Trevor Lloyd-Evans

Director of Landbird Conservation

New England is famous for its regional cuisine of clam chowder, baked beans, and lobster. It turns out New England’s birds also prefer local food. In a recent study published in the journal Biological Conservation, researchers found that birds migrating through New England in the autumn, such as Gray Catbirds, Hermit Thrushes, and Baltimore Orioles, prefer native fruits, like blueberries, black cherries, and raspberries, even in late-autumn when fruits of invasive species like Asian bittersweet, Japanese barberry, and multiflora rose dominate the menu.

In this study, scientists investigated whether fruits from increasingly-abundant invasive plant species might begin to take the place of native fruits in the diet of birds. The research was carried out at Manomet, a long-term bird observatory and common stopover site for migratory birds near Plymouth on the coast of Massachusetts. By monitoring fruit ripening every week, they found that native fruits are abundant in the late summer and early autumn, but invasive fruits begin to dominate the landscape in mid-October when birds are still migrating through the region. Trevor Lloyd-Evans, Director of Landbird Conservation at Manomet and one of the co-authors, comments, “We knew now that invasive fruits were abundant at the end of the autumn migration period, but would birds actually eat those invasive fruits?”

To see what birds were eating, the researchers collected bird poop from over 450 birds captured in mist nets, placed in cloth bags, and later released after weighing and banding by bird banders at Manomet during the course of two field seasons. Back in the lab, they sorted through the samples to identify seeds based on size, shape, and color. They discovered that most birds, and especially the abundant Gray Catbirds, ate almost entirely native fruits, even late in autumn when native fruits were scarce and invasive fruits were abundant. Amanda Gallinat, the lead researcher from Utah State University and Boston University, notes, “We were surprised to find blueberry seeds in the bird poop late in the season when blueberries in the field were either past ripe or long gone.” The researchers were equally surprised that the birds were almost completely ignoring the abundant fruits of invasive plants such as multiflora rose, privet and Japanese barberry.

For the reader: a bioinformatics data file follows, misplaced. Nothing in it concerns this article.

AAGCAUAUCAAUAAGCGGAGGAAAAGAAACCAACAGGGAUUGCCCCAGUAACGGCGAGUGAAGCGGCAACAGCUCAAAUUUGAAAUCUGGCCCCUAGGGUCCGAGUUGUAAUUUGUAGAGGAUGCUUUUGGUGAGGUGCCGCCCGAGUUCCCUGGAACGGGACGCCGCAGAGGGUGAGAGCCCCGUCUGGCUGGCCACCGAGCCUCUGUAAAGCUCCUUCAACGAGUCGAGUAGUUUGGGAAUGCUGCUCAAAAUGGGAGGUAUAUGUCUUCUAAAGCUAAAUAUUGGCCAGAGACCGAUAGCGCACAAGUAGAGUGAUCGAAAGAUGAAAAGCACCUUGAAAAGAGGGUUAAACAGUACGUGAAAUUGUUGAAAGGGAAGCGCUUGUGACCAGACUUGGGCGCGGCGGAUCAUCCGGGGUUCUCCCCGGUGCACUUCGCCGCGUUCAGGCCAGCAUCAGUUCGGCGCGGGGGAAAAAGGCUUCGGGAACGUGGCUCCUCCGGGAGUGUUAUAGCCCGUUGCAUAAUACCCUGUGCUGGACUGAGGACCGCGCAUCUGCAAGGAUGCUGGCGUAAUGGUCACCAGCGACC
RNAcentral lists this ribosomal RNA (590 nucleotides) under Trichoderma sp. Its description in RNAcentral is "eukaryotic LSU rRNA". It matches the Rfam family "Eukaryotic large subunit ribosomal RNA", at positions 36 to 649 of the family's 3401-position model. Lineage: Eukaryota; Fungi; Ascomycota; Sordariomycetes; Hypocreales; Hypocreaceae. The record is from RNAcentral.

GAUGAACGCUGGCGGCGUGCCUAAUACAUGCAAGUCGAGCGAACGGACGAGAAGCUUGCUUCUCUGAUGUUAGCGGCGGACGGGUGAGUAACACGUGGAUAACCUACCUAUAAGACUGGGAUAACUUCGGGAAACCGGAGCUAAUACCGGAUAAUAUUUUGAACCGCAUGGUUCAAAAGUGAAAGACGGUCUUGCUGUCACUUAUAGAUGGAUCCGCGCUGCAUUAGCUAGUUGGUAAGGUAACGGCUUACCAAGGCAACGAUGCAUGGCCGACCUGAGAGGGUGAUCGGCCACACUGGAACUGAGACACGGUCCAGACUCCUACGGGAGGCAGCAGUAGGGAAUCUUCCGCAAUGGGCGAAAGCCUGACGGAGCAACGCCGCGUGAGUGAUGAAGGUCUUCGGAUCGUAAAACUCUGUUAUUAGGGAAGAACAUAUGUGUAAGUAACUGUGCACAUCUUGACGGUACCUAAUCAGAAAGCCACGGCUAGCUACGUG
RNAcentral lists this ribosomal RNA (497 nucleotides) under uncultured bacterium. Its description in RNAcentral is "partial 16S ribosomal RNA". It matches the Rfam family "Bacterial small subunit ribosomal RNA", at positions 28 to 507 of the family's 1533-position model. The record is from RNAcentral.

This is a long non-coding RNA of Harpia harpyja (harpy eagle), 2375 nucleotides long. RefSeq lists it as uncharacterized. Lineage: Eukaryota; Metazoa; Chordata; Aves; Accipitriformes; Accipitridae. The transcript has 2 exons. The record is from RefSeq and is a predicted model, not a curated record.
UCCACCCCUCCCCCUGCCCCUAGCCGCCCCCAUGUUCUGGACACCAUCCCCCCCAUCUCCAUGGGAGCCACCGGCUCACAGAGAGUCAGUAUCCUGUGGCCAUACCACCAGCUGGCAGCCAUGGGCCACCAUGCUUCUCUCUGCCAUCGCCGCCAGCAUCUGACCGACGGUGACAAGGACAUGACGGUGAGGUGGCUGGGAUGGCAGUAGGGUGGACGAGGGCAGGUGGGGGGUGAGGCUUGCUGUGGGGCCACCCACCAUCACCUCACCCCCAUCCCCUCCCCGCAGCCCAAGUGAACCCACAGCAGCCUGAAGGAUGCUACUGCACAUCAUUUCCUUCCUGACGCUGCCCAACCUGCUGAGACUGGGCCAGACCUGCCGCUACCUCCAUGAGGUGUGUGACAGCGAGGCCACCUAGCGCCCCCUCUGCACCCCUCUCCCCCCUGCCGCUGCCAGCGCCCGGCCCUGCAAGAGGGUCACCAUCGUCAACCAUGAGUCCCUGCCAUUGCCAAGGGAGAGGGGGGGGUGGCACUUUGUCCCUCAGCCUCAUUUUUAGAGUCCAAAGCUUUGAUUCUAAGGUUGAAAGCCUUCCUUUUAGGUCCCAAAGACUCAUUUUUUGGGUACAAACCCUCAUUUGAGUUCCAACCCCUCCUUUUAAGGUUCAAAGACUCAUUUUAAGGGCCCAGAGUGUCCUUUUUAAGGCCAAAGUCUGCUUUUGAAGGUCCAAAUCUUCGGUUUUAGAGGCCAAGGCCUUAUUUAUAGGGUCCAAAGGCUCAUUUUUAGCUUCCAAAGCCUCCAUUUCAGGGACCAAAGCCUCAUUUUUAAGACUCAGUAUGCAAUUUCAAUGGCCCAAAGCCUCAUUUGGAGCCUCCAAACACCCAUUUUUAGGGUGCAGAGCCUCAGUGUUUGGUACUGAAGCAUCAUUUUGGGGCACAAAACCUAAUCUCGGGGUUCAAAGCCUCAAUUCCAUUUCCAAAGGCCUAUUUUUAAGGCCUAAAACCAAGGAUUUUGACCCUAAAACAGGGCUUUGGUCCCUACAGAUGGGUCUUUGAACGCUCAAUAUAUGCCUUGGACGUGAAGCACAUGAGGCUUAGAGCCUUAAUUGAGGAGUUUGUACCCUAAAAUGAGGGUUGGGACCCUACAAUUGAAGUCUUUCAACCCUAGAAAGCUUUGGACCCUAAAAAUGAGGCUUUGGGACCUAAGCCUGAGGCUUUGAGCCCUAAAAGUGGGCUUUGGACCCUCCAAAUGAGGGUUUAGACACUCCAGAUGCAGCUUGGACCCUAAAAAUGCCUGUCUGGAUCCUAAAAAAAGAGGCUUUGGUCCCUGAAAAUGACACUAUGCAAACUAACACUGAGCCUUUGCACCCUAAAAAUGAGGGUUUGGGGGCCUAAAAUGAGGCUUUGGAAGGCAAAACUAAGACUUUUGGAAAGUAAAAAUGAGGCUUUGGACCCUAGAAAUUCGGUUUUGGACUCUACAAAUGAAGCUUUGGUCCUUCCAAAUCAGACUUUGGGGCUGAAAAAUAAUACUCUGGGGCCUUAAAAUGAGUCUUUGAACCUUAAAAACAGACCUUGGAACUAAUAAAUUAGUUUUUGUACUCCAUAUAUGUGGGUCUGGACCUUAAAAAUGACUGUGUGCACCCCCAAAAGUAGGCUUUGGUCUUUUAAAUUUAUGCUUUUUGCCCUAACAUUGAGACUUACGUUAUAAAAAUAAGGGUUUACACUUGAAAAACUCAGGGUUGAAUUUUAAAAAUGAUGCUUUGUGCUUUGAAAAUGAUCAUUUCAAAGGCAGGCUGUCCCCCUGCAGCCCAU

Richard Primack, a Boston University professor and third co-author, adds, “There are reports that invasive fruits have low nutritional quality, so we think this preference for native fruits may simply reflect health-conscious birds.” By opting for the native superfoods, like blueberries, raspberries, and black cherries, during migration, these birds leave the low-quality invasive fruits behind for overwintering birds to eat when nothing more appetizing remains. Due to climate change, birds such as American Robins and Northern Mockingbirds are more likely to remain in New England over the winter and make these invasive fruits part of their winter diet.

The article, “Can invasive species replace native species as a resource for birds under climate change? A case study on bird-fruit interactions”, can be accessed online:

As they migrate later in autumn with climate change, birds like this Hermit Thrush will increasingly encounter invasive fruits like multiflora rose; however, new research shows that just because they encounter more invasive fruits doesn’t mean they will eat them. Image credit: Jeremiah Trimble.
Despite invasive plants dominating fruit availability in late-autumn, migratory birds like this Gray Catbird continue to prefer the fruits of native plants like pokeweed throughout the season. Image credit: Ann Stinely.
Researchers used a reference collection of seeds from plants in the field at Manomet to identify seeds from over 450 bird poop samples. The seeds pictured are from (left to right, top to bottom) native blueberry (Vaccinium), black cherry (Prunus), raspberry (Rubus), and invasive Japanese barberry (Berberis). Image credit: Amanda Gallinat.